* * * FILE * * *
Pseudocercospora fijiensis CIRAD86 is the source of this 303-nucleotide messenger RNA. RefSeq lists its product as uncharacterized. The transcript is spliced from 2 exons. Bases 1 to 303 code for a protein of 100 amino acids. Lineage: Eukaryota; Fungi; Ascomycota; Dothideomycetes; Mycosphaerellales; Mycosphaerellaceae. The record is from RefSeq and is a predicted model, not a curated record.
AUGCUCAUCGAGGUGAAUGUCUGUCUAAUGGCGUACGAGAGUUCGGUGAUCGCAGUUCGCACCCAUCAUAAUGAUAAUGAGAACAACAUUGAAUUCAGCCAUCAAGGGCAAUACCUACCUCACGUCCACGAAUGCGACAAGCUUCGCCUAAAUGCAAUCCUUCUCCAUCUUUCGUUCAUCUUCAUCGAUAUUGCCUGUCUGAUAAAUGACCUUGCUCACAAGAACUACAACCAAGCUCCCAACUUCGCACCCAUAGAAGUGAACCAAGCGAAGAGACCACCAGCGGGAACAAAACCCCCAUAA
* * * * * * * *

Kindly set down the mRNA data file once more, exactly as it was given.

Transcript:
Pseudocercospora fijiensis CIRAD86 is the source of this 303-nucleotide messenger RNA. RefSeq lists its product as uncharacterized. The transcript is spliced from 2 exons. Bases 1 to 303 code for a protein of 100 amino acids. Lineage: Eukaryota; Fungi; Ascomycota; Dothideomycetes; Mycosphaerellales; Mycosphaerellaceae. The record is from RefSeq and is a predicted model, not a curated record.
AUGCUCAUCGAGGUGAAUGUCUGUCUAAUGGCGUACGAGAGUUCGGUGAUCGCAGUUCGCACCCAUCAUAAUGAUAAUGAGAACAACAUUGAAUUCAGCCAUCAAGGGCAAUACCUACCUCACGUCCACGAAUGCGACAAGCUUCGCCUAAAUGCAAUCCUUCUCCAUCUUUCGUUCAUCUUCAUCGAUAUUGCCUGUCUGAUAAAUGACCUUGCUCACAAGAACUACAACCAAGCUCCCAACUUCGCACCCAUAGAAGUGAACCAAGCGAAGAGACCACCAGCGGGAACAAAACCCCCAUAA